Samuel Molyneux's father was William Molyneux, a notable Irish astronomer and politician, and his mother was Lucy Domville, the youngest daughter of Sir William Domville, the attorney-general for Ireland. William and Lucy had married on 19 September 1678 but Lucy had been struck down by an illness two months after the marriage and she became blind living in pain for the rest of her life. Samuel was born in Chester in England since his parents had left Dublin in January 1689 anticipating the political problems which arose in Ireland after the Roman Catholic James II, King of the United Kingdom, was deposed. The Molyneux family were Protestants and they remained in Chester until James, who had led an army in Ireland, was defeated at the Battle of the Boyne in 1690. Samuel never knew his mother for, after she returned to Dublin with him in January 1691, she only lived until May of that year.
Samuel's father, William Molyneux, began to correspond with the English philosopher John Locke beginning in 1692. Locke had written Some thought concerning education (1693) which was based on a series of letters he had written to Edward Clarke from Holland (where he had been in exile) advising him on how to bring up his son. This, of course, was now a topic of great interest to William Molyneux and he enthusiastically followed Locke's ideas in bringing up Samuel. However, William died in 1698 when Samuel was only nine years old, and from that time on he was brought up by his uncle Thomas Molyneux. When he was sixteen years old, Samuel Molyneux matriculated at Trinity College, Dublin and there he became friendly with George Berkeley who was four years his elder. Berkeley clearly had great respect for Molyneux, both as a man and as a scientist, and dedicated Miscellanea mathematica (1707) to his friend who was still an undergraduate at this time. He graduated with a B.A. in 1708 and, two years later, received his M.A. from Trinity College.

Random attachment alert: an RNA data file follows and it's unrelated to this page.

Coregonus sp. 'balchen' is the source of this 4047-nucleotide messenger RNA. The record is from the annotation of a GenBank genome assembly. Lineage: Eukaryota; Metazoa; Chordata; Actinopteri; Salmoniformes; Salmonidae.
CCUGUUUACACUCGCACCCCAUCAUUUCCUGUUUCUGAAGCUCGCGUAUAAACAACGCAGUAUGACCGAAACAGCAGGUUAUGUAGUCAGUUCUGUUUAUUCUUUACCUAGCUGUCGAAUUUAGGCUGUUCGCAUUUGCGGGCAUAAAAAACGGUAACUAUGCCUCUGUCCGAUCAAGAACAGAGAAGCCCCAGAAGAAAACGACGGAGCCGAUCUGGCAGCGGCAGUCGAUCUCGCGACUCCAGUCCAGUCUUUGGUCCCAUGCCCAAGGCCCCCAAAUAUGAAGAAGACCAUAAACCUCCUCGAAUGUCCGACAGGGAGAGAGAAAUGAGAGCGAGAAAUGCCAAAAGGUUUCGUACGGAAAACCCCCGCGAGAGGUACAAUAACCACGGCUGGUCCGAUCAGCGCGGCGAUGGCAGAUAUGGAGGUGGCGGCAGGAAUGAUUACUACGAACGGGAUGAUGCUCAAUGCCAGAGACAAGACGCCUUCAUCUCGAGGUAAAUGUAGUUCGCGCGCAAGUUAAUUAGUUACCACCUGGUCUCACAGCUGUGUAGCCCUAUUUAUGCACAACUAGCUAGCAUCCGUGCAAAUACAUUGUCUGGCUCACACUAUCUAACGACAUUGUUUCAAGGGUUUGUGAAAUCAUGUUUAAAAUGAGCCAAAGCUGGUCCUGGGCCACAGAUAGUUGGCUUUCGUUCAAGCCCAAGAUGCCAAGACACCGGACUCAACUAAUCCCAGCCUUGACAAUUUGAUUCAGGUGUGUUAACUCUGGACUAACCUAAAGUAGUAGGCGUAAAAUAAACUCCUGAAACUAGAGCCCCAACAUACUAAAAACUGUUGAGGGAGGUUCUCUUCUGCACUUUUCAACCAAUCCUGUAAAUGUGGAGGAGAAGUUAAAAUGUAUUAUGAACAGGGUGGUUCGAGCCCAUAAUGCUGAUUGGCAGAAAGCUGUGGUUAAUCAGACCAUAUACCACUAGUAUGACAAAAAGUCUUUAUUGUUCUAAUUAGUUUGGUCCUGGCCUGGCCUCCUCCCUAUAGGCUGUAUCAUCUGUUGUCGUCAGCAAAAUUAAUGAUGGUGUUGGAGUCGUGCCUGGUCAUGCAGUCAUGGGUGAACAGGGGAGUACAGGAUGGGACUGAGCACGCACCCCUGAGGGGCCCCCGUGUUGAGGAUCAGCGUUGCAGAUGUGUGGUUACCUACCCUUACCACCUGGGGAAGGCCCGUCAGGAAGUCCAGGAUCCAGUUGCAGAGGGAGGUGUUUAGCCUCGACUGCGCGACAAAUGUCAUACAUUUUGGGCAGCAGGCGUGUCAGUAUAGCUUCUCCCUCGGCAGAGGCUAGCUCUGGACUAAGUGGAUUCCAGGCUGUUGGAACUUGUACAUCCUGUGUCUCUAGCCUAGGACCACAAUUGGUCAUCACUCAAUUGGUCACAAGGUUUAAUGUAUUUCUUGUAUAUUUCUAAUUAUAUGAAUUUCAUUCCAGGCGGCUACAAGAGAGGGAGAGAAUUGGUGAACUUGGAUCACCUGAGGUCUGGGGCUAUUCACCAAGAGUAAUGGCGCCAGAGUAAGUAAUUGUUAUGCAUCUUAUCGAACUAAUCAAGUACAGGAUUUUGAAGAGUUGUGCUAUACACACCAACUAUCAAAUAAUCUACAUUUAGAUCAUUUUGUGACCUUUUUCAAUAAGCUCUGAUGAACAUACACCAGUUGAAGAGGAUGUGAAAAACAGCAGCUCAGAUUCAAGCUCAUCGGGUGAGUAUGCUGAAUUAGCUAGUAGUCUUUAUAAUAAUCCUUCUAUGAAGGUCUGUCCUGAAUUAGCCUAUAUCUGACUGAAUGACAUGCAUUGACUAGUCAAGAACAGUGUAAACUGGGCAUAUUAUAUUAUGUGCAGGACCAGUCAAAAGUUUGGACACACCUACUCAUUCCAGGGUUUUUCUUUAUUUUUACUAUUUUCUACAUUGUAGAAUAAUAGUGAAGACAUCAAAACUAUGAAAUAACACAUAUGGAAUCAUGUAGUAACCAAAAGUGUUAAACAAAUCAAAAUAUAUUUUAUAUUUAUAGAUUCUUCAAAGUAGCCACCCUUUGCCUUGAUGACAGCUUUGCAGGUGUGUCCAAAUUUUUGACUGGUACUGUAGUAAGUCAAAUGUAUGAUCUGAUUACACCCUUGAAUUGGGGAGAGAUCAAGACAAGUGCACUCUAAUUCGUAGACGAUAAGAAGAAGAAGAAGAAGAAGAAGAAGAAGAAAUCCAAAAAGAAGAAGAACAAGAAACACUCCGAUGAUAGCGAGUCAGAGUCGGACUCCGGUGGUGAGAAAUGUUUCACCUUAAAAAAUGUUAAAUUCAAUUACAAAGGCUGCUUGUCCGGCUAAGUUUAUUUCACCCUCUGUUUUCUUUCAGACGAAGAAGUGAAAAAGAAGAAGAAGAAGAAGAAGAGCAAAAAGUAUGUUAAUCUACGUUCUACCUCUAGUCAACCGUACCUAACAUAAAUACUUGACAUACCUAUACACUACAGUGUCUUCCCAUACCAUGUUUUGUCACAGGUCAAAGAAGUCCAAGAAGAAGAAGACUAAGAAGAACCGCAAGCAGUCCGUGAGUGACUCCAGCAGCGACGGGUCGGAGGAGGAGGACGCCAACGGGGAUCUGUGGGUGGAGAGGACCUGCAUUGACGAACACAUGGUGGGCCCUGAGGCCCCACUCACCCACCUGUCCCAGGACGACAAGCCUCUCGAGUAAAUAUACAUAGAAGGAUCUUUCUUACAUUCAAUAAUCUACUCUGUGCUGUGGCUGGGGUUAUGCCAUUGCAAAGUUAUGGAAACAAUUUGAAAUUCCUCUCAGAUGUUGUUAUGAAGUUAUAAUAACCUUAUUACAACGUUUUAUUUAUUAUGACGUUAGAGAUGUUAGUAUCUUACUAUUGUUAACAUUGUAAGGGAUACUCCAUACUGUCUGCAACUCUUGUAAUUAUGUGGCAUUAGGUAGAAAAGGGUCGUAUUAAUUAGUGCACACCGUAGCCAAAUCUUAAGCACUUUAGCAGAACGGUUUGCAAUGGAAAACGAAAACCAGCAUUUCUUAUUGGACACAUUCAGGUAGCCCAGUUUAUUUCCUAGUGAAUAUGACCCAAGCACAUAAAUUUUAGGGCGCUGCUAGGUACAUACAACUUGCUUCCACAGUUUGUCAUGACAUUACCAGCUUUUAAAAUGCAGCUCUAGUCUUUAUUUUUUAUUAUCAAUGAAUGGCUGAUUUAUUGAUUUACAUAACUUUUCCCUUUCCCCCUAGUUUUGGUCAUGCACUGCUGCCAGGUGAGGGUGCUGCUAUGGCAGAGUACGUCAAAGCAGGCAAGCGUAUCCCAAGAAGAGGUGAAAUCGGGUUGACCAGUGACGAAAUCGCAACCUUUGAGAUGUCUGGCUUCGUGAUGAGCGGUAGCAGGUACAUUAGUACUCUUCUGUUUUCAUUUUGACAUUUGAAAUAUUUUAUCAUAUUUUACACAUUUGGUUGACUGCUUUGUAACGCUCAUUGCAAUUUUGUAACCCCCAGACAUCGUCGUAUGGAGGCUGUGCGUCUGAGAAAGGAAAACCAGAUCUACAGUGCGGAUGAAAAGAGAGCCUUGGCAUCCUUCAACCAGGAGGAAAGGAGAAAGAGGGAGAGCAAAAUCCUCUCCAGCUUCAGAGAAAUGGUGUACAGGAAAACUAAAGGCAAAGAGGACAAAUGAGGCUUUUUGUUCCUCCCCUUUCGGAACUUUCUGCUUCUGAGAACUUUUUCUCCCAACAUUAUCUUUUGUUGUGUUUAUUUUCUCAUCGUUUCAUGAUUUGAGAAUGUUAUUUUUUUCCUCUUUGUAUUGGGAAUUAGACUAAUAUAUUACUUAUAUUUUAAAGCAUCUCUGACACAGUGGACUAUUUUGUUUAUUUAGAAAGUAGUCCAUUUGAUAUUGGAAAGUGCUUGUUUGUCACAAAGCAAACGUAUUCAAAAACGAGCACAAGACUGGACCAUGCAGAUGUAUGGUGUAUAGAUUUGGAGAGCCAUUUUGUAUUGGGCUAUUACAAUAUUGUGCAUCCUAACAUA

On the death of his father, Molyneux had inherited an estate at Castle Dillon in County Armagh in Ireland which brought in a good income and, after leaving Trinity College, he spent two years making improvements to the estate. In 1712 he visited England and in that year was elected to the Royal Society of London. He continued his travels going next to Antwerp where he spent the winter of 1712-13. There he met the Duke and Duchess of Marlborough who asked him to undertake a diplomatic mission to the court of Hanover. He carried out this mission and was at the court of Hanover when the Electress Sophia died on 8 June 1714 making her son Georg Ludwig, elector of Hanover, heir to the throne of the United Kingdom. Queen Anne died on 1 August 1714 and Georg Ludwig became King George I of the United Kingdom. Molyneux accompanied the new king and his family back to London where he was made secretary to George's son, the Prince of Wales. This was a position which Molyneux retained until the Prince became King George II, on the death of George I, on 11 June 1727.